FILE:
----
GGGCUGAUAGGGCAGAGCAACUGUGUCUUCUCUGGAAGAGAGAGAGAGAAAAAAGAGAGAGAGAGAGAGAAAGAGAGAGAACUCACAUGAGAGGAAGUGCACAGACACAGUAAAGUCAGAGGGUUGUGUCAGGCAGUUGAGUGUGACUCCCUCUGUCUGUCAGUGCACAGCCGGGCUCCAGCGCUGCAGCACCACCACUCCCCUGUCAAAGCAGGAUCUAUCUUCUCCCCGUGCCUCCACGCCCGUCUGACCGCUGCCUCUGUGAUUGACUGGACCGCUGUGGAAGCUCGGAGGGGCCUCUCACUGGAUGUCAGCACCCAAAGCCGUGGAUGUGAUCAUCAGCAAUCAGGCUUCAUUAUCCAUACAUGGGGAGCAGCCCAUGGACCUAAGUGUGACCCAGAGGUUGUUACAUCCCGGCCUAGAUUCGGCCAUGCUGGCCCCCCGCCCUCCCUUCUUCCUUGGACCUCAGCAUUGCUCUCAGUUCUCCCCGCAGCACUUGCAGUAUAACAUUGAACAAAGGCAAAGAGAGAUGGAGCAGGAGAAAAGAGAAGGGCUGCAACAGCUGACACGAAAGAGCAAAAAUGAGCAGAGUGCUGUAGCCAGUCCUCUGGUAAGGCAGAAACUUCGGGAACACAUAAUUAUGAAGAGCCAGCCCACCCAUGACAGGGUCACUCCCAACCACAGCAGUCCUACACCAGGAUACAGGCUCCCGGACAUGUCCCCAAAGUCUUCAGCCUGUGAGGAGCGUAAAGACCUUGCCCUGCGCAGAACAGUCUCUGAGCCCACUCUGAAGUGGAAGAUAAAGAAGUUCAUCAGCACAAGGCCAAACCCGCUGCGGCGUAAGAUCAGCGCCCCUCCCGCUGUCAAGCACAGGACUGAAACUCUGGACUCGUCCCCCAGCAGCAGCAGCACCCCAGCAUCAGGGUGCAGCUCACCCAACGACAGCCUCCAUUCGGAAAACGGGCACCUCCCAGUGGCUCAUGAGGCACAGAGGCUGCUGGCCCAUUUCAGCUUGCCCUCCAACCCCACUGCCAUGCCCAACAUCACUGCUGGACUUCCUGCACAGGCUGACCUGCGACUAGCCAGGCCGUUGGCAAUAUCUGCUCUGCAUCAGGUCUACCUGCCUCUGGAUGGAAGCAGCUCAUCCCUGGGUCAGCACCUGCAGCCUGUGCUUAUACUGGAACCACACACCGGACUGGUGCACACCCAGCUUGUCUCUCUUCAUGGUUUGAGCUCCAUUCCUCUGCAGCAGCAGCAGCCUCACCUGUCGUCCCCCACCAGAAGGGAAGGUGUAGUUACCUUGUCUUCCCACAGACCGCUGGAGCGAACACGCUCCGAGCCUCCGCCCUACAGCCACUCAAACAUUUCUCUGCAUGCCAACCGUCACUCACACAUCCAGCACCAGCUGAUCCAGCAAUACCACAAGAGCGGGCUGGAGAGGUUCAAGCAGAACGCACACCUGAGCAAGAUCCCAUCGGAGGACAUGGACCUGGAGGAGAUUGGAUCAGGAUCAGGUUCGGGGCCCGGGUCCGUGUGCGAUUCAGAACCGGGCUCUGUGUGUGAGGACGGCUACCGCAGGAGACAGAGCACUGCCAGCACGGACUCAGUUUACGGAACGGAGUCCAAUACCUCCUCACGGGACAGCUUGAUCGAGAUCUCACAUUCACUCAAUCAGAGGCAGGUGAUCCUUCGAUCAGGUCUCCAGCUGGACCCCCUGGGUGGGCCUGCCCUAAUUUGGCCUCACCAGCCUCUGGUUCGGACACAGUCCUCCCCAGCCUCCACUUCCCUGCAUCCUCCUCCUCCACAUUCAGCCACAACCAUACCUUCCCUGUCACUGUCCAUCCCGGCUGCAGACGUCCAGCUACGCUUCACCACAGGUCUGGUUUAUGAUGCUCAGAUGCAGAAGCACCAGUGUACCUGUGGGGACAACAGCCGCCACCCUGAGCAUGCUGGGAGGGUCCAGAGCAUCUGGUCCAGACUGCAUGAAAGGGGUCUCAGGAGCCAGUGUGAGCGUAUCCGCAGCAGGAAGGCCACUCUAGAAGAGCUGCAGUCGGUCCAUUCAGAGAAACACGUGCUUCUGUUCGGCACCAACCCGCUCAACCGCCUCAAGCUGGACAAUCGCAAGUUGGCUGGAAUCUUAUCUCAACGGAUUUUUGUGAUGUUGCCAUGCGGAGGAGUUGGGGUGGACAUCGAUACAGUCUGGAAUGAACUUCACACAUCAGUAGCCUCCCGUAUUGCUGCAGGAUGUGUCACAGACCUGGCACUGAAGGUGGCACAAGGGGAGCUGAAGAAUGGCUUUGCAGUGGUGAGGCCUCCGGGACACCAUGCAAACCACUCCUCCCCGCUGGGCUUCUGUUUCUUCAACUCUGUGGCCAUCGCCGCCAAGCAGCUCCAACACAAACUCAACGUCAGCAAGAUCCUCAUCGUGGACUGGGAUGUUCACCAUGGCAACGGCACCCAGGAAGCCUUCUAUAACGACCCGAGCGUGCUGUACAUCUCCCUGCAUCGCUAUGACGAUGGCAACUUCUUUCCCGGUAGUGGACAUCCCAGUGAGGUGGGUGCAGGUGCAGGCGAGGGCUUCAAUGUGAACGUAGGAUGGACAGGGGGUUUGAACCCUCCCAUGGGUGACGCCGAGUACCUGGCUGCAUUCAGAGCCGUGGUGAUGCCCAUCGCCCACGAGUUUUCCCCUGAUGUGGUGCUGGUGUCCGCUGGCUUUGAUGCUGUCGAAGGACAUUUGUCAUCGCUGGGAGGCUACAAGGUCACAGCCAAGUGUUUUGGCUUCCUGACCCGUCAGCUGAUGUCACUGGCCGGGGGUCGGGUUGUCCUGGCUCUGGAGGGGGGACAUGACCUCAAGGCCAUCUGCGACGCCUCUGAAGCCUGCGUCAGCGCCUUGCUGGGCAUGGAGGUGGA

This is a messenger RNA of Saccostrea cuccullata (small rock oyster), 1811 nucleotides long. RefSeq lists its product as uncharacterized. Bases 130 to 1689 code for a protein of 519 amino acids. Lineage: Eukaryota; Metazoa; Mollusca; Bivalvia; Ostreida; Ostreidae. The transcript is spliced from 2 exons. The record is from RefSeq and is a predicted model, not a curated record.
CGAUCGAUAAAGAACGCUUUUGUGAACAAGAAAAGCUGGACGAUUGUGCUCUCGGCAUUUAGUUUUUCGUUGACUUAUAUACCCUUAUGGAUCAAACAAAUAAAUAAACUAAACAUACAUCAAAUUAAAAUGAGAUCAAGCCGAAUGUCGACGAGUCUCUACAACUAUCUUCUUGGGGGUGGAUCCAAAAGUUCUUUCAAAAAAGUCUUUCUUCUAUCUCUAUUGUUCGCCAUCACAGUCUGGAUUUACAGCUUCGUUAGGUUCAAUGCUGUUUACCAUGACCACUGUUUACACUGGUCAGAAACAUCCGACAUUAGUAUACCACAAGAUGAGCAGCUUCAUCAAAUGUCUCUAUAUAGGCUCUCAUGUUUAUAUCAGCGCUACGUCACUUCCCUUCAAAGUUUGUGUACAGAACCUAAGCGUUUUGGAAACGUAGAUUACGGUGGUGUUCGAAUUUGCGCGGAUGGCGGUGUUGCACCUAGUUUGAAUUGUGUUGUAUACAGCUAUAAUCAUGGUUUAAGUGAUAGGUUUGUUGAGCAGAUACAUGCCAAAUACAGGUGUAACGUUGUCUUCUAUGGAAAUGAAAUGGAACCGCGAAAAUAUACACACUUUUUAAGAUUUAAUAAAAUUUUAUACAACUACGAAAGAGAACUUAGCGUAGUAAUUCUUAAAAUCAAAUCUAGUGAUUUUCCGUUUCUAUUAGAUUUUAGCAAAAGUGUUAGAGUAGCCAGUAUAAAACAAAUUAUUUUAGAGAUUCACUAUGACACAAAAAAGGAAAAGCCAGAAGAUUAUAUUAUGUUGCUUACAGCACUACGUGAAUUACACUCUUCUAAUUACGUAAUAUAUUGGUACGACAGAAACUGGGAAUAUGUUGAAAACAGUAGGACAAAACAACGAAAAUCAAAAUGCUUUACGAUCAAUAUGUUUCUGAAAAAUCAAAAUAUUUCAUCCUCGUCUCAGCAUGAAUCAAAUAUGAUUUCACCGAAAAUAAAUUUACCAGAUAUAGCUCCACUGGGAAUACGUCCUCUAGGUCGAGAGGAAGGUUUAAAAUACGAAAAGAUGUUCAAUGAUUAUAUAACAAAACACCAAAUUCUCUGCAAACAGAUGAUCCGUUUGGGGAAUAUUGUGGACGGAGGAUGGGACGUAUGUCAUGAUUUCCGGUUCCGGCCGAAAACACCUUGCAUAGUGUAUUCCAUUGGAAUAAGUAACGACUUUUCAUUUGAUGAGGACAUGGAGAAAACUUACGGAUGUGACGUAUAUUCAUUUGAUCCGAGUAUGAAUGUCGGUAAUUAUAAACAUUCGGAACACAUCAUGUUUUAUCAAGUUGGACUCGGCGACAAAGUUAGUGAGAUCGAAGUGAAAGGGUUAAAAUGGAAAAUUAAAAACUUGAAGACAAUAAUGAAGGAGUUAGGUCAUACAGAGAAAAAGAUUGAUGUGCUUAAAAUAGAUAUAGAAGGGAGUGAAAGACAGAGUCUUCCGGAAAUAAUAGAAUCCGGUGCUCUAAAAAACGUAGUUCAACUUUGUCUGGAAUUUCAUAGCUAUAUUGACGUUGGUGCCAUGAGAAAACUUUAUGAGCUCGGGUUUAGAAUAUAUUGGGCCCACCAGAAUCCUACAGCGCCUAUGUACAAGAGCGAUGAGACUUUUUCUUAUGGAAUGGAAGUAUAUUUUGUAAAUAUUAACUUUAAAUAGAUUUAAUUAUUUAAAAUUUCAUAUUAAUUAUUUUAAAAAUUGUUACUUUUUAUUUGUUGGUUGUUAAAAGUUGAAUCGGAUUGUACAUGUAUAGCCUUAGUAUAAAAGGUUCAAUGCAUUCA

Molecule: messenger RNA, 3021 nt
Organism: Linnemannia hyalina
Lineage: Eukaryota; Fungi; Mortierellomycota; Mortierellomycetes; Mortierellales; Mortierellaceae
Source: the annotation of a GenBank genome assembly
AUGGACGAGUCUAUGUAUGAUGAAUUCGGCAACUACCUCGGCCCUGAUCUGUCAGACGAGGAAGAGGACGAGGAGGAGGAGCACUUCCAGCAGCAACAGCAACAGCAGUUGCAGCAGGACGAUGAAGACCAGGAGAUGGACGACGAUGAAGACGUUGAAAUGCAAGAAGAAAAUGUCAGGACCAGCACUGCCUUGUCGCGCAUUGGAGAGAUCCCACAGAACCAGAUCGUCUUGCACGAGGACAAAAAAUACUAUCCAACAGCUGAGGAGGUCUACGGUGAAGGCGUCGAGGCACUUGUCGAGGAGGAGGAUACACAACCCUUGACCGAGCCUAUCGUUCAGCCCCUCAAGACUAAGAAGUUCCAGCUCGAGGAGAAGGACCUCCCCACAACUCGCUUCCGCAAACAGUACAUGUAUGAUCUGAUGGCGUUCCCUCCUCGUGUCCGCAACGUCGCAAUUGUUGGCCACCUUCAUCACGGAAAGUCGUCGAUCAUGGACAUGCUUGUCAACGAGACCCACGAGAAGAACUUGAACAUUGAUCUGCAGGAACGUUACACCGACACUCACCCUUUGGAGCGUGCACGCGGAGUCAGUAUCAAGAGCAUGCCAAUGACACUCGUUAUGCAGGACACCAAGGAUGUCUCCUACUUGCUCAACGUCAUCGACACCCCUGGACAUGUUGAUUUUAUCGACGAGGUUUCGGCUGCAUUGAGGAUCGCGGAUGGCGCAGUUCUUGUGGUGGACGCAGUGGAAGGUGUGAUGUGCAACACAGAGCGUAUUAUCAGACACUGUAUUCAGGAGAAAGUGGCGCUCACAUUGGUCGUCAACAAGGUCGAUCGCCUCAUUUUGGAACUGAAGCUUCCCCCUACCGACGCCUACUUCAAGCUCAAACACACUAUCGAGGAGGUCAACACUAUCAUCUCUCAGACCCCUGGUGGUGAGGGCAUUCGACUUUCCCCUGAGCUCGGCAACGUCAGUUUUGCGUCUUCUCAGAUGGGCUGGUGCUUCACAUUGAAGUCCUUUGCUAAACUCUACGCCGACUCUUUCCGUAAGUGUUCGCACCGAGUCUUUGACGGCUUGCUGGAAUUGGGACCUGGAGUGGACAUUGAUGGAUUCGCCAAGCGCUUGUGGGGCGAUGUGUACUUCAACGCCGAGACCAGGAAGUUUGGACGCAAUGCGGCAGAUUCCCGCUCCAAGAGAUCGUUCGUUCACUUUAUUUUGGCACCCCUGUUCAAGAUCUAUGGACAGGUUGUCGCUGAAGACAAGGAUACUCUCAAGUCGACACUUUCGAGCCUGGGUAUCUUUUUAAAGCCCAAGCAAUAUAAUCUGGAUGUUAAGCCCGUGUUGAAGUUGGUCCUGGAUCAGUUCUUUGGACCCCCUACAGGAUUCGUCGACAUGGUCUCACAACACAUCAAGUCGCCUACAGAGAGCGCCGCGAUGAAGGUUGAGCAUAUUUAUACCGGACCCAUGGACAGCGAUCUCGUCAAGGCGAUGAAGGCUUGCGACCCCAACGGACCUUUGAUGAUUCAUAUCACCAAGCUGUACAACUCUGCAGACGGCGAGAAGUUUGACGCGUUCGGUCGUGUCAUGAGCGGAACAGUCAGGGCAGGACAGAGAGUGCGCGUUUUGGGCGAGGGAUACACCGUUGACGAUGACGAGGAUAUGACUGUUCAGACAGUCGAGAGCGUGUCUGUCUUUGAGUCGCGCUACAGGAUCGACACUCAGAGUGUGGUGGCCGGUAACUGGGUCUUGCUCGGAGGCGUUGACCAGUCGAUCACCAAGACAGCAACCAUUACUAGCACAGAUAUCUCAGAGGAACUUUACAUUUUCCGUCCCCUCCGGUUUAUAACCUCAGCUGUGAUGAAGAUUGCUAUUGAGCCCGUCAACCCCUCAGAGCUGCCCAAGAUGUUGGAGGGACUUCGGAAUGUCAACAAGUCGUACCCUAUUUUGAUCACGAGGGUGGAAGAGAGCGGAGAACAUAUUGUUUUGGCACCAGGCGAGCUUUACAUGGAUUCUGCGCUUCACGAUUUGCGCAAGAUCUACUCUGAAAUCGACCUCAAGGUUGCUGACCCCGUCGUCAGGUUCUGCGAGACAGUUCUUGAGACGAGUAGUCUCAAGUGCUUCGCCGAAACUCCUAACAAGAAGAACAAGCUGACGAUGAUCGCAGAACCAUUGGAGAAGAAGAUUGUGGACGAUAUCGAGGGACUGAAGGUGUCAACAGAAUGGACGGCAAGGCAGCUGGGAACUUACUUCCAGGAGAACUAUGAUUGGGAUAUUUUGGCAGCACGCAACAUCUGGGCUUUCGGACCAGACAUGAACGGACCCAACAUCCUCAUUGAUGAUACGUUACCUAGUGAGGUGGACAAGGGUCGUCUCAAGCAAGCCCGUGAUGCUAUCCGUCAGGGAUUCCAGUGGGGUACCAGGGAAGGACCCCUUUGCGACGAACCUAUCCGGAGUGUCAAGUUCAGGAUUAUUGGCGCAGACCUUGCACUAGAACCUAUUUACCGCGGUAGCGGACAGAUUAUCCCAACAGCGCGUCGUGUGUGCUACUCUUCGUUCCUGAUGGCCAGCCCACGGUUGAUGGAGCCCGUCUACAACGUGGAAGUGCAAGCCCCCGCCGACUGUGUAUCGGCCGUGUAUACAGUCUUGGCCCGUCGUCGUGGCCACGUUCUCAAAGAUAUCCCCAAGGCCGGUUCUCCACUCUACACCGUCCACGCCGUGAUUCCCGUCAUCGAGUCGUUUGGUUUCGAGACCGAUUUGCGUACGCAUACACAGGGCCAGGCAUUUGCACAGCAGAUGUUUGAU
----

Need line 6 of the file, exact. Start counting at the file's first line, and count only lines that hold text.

Lineage: Eukaryota; Fungi; Mortierellomycota; Mortierellomycetes; Mortierellales; Mortierellaceae